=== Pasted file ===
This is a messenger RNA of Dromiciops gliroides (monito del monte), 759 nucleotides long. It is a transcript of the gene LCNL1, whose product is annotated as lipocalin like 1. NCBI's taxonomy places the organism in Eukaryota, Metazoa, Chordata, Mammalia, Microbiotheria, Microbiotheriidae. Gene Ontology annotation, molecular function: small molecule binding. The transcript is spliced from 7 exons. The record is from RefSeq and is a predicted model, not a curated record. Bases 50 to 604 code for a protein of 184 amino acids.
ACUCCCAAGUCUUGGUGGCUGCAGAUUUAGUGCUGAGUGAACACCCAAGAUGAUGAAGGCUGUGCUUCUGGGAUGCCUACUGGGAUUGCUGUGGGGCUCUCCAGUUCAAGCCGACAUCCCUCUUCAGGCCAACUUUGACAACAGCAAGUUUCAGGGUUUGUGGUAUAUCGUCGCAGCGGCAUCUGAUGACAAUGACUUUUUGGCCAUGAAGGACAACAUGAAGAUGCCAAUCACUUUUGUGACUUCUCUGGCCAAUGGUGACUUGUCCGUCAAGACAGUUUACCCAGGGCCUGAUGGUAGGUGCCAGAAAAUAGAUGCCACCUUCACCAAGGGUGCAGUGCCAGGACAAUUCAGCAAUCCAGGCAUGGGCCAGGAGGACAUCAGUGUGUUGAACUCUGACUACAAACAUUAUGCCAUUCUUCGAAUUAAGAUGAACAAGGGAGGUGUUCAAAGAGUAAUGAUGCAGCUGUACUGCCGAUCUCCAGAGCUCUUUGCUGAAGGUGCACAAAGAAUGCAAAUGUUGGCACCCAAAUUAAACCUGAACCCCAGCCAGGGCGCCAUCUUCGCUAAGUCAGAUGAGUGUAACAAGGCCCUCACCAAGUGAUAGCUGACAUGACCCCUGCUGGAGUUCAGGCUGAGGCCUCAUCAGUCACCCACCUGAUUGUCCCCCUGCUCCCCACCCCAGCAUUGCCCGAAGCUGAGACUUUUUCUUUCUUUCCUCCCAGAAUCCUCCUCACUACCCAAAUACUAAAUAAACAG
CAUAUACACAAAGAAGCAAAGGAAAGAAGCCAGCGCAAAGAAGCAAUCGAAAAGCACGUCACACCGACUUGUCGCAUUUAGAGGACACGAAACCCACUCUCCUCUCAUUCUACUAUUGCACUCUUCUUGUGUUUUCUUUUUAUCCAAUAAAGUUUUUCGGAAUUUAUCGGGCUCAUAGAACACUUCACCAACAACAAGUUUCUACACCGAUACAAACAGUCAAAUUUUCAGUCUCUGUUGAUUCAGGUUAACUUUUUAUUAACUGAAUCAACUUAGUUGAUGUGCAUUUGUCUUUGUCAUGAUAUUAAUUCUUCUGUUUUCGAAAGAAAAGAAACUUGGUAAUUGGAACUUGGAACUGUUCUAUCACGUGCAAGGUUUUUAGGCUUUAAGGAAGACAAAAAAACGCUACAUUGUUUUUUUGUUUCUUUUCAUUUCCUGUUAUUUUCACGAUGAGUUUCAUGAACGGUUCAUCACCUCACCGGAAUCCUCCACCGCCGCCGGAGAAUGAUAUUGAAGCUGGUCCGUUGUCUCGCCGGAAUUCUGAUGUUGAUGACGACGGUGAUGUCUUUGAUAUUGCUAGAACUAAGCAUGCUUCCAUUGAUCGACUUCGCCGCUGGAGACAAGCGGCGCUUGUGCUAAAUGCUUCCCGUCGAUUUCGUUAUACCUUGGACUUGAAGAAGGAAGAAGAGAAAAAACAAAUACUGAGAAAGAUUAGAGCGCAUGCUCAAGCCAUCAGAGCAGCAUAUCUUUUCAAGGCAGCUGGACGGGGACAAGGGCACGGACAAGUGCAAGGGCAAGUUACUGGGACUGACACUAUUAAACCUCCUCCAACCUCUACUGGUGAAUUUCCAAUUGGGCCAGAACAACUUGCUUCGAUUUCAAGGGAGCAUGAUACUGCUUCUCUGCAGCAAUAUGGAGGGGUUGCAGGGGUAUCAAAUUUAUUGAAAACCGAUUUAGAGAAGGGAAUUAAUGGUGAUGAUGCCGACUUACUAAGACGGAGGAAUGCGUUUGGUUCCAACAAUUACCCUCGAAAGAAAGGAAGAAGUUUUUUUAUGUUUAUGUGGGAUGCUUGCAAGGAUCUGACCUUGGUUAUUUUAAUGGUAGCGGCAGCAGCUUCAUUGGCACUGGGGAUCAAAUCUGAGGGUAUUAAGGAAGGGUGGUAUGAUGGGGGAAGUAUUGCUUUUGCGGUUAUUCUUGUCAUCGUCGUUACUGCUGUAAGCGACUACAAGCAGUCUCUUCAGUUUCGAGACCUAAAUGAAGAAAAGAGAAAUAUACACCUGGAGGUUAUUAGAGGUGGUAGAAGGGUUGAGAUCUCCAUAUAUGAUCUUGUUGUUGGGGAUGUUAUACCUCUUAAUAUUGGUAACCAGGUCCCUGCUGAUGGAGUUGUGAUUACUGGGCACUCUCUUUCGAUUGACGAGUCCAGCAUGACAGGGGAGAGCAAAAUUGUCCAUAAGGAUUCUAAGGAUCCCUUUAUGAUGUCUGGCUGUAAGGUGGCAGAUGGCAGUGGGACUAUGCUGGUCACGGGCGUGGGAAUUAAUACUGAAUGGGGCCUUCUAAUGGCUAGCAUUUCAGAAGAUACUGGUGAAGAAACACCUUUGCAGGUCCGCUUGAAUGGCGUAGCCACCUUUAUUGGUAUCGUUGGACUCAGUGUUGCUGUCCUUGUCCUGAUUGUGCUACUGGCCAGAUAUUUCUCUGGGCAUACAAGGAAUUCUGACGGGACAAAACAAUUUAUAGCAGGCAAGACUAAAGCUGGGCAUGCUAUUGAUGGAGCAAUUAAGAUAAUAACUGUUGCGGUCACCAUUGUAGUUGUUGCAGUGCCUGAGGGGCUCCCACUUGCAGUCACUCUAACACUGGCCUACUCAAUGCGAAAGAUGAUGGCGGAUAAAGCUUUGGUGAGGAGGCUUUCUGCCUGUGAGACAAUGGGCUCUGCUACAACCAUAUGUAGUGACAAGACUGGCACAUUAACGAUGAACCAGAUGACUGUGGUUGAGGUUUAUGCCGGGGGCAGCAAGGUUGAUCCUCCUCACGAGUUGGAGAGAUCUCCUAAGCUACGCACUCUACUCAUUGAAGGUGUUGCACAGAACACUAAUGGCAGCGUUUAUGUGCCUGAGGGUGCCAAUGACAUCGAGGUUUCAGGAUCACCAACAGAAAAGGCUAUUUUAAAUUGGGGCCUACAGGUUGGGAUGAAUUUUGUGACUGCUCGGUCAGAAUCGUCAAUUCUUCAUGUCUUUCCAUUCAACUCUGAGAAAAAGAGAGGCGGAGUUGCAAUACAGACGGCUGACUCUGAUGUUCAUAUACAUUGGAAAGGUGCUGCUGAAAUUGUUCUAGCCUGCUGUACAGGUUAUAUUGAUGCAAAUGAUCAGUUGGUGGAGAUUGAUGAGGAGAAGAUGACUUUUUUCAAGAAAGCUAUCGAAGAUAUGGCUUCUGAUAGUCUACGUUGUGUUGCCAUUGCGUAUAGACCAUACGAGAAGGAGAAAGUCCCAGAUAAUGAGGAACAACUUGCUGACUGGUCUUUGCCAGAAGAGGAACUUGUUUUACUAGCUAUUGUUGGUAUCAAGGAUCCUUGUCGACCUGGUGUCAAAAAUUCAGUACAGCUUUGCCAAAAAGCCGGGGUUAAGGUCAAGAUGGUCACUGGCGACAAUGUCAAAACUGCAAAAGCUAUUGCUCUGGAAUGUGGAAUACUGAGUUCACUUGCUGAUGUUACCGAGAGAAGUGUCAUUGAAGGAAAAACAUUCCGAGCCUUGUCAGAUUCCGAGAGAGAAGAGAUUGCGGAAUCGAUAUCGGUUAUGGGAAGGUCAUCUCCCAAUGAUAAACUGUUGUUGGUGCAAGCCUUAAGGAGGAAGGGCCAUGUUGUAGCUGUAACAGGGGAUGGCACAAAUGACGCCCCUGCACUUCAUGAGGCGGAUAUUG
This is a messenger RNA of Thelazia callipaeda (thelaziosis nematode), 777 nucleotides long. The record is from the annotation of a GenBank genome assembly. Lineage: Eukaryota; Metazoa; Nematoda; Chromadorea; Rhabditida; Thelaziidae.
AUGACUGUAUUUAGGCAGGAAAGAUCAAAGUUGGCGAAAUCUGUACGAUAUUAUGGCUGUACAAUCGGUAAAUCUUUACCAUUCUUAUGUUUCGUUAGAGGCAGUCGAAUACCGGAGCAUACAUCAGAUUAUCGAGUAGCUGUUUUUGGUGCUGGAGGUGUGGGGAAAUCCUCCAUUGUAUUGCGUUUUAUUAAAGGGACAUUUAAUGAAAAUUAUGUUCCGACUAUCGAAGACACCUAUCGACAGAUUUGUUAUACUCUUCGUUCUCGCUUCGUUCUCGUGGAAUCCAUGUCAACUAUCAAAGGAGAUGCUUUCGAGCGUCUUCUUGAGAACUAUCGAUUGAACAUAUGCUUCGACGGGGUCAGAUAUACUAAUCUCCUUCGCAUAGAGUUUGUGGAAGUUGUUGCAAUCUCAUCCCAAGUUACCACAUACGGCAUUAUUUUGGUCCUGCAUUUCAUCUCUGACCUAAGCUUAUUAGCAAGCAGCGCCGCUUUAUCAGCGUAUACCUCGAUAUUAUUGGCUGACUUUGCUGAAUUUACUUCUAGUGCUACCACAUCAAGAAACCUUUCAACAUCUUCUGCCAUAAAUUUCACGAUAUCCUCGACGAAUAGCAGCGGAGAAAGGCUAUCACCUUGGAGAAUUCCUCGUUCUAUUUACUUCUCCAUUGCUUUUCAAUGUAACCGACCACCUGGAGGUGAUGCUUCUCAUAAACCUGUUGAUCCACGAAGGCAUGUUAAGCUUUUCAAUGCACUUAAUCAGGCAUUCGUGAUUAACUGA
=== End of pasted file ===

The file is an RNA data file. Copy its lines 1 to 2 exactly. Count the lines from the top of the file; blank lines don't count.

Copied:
This is a messenger RNA of Dromiciops gliroides (monito del monte), 759 nucleotides long. It is a transcript of the gene LCNL1, whose product is annotated as lipocalin like 1. NCBI's taxonomy places the organism in Eukaryota, Metazoa, Chordata, Mammalia, Microbiotheria, Microbiotheriidae. Gene Ontology annotation, molecular function: small molecule binding. The transcript is spliced from 7 exons. The record is from RefSeq and is a predicted model, not a curated record. Bases 50 to 604 code for a protein of 184 amino acids.
ACUCCCAAGUCUUGGUGGCUGCAGAUUUAGUGCUGAGUGAACACCCAAGAUGAUGAAGGCUGUGCUUCUGGGAUGCCUACUGGGAUUGCUGUGGGGCUCUCCAGUUCAAGCCGACAUCCCUCUUCAGGCCAACUUUGACAACAGCAAGUUUCAGGGUUUGUGGUAUAUCGUCGCAGCGGCAUCUGAUGACAAUGACUUUUUGGCCAUGAAGGACAACAUGAAGAUGCCAAUCACUUUUGUGACUUCUCUGGCCAAUGGUGACUUGUCCGUCAAGACAGUUUACCCAGGGCCUGAUGGUAGGUGCCAGAAAAUAGAUGCCACCUUCACCAAGGGUGCAGUGCCAGGACAAUUCAGCAAUCCAGGCAUGGGCCAGGAGGACAUCAGUGUGUUGAACUCUGACUACAAACAUUAUGCCAUUCUUCGAAUUAAGAUGAACAAGGGAGGUGUUCAAAGAGUAAUGAUGCAGCUGUACUGCCGAUCUCCAGAGCUCUUUGCUGAAGGUGCACAAAGAAUGCAAAUGUUGGCACCCAAAUUAAACCUGAACCCCAGCCAGGGCGCCAUCUUCGCUAAGUCAGAUGAGUGUAACAAGGCCCUCACCAAGUGAUAGCUGACAUGACCCCUGCUGGAGUUCAGGCUGAGGCCUCAUCAGUCACCCACCUGAUUGUCCCCCUGCUCCCCACCCCAGCAUUGCCCGAAGCUGAGACUUUUUCUUUCUUUCCUCCCAGAAUCCUCCUCACUACCCAAAUACUAAAUAAACAG